20:51 GMT13 April 2021
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    If the law can protect citizens from being discriminated based on their religious beliefs, why can’t a law protect people from being discriminated for having no religious beliefs? That question led Anita Weier of the City Council of Madison, Wisconsin, to author legislation which recently got passed.

    The city of Madison banned discrimination against non-religious citizens on April 1 – this is not an April Fool’s joke.

    "It just seems to me that religion has spread into government more than I feel comfortable with," said Councilwoman Anita Weier, who left the council after the statute passed. "It just occurred to me that religion was protected, so non-religion should be too."

    The legislation, which passed without dissent in the city council, serves as a comfort to some atheists who feel their thoughts on religion are not widely accepted.

    "It boils down to the misinformation and prejudice that gets passed down generation to generation, said Todd Stiefel, the president of Openly Secular. People have been raised being told that atheists are evil and they eat babies and they can't be trusted."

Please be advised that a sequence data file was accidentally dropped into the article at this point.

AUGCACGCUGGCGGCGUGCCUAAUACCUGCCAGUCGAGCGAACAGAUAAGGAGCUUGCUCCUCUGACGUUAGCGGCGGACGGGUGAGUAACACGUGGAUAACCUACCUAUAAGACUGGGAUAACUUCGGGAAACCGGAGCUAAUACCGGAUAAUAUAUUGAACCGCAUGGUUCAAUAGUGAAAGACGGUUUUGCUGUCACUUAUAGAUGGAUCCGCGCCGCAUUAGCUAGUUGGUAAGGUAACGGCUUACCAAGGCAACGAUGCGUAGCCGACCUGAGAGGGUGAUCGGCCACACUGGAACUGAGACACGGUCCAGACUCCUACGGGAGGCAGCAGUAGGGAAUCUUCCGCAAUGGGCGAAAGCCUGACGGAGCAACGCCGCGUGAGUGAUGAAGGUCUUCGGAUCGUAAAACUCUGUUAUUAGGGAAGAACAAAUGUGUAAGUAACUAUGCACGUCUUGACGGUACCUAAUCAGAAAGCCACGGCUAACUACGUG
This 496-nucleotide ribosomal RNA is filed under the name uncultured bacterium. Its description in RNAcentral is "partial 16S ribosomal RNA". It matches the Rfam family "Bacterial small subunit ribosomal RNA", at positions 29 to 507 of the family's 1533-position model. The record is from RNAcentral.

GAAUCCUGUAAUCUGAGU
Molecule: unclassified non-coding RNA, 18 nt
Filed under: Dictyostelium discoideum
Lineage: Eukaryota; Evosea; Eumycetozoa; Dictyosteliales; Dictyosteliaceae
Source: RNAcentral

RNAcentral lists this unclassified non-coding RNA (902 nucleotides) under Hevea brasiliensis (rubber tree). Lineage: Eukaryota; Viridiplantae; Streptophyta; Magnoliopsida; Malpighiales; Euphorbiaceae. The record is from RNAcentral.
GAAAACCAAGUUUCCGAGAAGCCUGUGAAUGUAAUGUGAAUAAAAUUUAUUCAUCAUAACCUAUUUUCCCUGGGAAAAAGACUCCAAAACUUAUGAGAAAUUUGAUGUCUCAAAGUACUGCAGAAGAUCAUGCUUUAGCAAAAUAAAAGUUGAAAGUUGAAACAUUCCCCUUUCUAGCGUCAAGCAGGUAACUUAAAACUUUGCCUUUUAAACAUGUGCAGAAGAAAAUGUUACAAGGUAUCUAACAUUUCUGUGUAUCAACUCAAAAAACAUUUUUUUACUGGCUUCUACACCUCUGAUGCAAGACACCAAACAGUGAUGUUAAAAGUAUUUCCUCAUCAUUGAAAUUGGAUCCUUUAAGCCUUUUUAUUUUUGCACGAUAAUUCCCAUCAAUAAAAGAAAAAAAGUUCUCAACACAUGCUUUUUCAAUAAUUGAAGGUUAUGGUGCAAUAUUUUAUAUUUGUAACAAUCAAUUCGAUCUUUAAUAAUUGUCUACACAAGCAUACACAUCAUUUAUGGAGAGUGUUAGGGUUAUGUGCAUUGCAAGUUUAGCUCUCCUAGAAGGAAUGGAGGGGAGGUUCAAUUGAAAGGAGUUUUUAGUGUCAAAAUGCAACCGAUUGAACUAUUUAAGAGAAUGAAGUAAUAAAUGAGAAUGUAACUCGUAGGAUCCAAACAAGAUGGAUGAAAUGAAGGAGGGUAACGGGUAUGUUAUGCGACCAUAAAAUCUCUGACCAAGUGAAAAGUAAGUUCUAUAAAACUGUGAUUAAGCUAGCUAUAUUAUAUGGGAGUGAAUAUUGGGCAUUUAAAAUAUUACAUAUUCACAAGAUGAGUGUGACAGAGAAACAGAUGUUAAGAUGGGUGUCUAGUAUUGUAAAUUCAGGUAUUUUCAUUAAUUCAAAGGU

Some in Madison also say the law would protect atheist from decimation in housing policies, as rental units have increasingly been bought by religious groups. However, no evidence of such discrimination exists.

    "Whether someone could have brought a case, we don't know," said Patrick Elliott, a Freedom From Religion Foundation attorney.  "It seemed that way, but we didn't have any precedent to support that." 


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    religious tolerance, religious freedom, religion, secularism, atheism, Todd Stiefel, Freedom From Religion Foundation, Patrick Elliott, Todd Stiefel, Wisconsin, Madison
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